Confectionery is one of the most diverse sectors when it comes to variations in texture. It is unique as the texture has been deliberately designed by food technologists to meet consumer requirements and market expectations. The range of ingredients and formulations available means there is virtually no limit to the variety of finished confectionery products that can be produced.
Getting the texture consistency right can, however, be a challenge when combining different ingredients and altering production methods to optimise the quality of new products. Continual innovation in this sector increases the risk of products failing quality standards or not performing as expected.
Test Methods for the Confectionery Sector
- Measuring small particulates in confections, such as meringue is much more accurate in bulk form.
- Measuring confectionery ingredients such as honeycomb, meringue and biscuit pieces
- Crunch testing of malt ball inclusions
- Back extrusion is an ideal method for measuring the flow, thickening, and consistency of pastes, semi-solids and viscous liquids. Products can be tested in their own packaging.
- Comparisons between low fat and full fat chocolate spread
- Assessing different formulations of fillings
- Extrusion force of caramel as process indicator
- Measuring internal hardness of soft center fillings
- Penetrate toffee piece to measure hardness and stickiness characteristics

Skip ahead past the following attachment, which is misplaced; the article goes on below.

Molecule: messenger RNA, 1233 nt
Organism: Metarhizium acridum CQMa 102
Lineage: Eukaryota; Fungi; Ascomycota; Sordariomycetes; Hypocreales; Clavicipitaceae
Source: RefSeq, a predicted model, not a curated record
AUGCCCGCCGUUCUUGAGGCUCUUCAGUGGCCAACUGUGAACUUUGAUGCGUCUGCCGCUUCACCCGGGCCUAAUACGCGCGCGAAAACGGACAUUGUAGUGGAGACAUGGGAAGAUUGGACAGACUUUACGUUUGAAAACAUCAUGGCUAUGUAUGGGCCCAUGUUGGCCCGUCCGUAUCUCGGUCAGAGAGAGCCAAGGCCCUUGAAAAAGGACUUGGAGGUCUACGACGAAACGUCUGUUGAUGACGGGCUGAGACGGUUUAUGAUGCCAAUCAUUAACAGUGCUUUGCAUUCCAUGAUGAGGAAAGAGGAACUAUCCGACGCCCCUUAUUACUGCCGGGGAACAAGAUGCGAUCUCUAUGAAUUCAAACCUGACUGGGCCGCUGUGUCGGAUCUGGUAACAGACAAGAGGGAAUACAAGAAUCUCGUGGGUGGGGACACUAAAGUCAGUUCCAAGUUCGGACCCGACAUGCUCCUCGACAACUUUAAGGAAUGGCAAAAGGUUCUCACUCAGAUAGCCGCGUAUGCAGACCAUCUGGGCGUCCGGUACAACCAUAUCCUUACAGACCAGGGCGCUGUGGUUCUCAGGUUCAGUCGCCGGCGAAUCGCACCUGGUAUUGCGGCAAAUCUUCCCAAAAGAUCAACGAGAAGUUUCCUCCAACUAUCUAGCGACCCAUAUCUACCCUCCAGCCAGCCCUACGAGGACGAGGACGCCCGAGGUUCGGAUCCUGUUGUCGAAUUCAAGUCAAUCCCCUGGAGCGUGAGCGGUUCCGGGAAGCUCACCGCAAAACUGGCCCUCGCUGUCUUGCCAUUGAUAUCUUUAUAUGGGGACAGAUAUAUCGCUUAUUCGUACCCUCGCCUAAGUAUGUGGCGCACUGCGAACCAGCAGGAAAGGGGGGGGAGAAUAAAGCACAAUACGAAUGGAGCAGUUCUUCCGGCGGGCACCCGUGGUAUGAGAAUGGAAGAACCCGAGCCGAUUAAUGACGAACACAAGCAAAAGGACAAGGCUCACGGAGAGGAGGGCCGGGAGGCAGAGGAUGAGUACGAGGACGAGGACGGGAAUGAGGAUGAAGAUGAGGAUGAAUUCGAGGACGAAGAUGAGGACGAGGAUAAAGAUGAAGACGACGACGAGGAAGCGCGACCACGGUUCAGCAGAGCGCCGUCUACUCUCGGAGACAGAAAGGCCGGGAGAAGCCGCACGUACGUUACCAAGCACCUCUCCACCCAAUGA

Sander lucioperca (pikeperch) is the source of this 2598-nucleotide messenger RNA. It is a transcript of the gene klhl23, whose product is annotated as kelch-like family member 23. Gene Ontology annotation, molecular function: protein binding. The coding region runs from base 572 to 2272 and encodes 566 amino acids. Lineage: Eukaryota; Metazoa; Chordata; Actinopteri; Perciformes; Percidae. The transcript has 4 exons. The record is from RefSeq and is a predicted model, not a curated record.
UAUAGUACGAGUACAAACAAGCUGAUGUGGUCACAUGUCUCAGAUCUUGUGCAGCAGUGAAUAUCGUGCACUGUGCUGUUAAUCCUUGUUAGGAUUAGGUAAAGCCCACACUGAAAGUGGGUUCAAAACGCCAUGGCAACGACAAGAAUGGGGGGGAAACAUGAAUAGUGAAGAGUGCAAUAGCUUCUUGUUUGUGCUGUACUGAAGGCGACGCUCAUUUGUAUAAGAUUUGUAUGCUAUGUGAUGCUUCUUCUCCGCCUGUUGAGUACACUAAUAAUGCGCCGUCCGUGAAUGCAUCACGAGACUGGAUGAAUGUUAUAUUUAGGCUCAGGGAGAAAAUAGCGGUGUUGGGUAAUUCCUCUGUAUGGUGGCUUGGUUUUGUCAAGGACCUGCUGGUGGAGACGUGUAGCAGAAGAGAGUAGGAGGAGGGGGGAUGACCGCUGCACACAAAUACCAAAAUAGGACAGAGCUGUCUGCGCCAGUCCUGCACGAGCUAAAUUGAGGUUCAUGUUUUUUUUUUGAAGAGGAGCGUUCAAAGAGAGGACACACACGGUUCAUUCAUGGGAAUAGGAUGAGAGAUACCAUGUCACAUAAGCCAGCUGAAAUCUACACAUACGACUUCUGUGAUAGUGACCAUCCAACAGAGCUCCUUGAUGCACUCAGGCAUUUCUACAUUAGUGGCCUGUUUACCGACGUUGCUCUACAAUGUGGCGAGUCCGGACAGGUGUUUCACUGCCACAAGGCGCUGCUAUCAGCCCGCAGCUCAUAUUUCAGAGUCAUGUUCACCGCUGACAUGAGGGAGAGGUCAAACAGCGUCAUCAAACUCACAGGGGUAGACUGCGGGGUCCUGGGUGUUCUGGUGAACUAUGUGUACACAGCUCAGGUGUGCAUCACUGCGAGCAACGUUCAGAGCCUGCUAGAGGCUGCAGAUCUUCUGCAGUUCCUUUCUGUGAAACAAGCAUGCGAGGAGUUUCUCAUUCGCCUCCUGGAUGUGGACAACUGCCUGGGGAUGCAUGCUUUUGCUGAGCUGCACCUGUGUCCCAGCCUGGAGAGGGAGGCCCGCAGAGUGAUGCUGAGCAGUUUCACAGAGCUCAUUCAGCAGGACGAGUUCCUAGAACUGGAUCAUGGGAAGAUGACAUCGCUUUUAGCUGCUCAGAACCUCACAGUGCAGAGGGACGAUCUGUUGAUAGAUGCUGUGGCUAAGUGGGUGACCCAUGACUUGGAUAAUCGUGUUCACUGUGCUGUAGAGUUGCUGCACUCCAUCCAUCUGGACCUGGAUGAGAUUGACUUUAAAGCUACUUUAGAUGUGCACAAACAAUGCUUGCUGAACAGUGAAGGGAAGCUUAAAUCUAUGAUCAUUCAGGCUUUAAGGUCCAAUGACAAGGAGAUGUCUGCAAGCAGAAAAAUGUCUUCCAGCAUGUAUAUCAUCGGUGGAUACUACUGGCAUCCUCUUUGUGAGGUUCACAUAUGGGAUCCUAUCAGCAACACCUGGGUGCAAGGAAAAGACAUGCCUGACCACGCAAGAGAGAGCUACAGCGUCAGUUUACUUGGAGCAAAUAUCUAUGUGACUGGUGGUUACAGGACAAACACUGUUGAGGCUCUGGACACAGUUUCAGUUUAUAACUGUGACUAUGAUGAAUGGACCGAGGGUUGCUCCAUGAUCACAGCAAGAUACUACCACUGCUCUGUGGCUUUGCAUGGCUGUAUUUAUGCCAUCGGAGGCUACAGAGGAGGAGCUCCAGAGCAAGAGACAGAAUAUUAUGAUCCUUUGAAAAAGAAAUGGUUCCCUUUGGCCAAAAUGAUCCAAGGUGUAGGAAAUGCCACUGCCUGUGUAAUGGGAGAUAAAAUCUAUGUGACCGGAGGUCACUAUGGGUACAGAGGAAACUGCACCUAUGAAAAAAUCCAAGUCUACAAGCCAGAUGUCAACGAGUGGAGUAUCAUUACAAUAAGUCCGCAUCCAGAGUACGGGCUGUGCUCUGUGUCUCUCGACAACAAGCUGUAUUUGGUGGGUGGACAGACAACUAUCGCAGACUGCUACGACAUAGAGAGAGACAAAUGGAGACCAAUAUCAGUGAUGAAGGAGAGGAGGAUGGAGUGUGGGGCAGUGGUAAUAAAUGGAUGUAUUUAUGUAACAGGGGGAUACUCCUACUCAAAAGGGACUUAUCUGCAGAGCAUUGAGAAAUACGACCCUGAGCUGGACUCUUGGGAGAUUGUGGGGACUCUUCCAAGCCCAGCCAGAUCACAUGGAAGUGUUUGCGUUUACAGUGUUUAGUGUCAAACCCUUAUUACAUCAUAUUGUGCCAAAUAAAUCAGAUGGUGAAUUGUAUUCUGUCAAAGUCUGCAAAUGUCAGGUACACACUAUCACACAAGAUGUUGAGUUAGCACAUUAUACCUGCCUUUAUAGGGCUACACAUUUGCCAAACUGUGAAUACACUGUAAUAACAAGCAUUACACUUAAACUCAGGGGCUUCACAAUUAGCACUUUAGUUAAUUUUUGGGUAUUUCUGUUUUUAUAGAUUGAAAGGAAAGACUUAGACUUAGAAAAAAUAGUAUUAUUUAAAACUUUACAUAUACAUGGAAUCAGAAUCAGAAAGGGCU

- Evaluate shattering and friability properties of brittle sweets
- Slice through nougat to measure average hardness from its cross-section. Cross-sections of samples can be evaluated by slicing through them with blades and wires imitating the actions applied by the front incisor teeth. Attributes assessed include bite strength, cook quality, tenderness and toughness. Product texture variations are measured by slicing through the whole sample.
- Measure bite profile of confectionery bars
- Cut through nougat to assess formulation change
- Evaluate the crispiness of sugar coatings
- For larger bars or sheet type confectionery products, the three point bend is an ideal method for determining break strength.
- Break strength determination for products such as chocolate bars
- Snap or flexure crisp bar-shaped products
- Bite and break characteristics of mints and tablet-shaped candies and sweets
- Measure the elasticity of gums and laces using a tension test. Samples are stretched until they break at their weakest point to measure characteristics such as break resistance and elasticity.
- Stretching gum to assess extensibility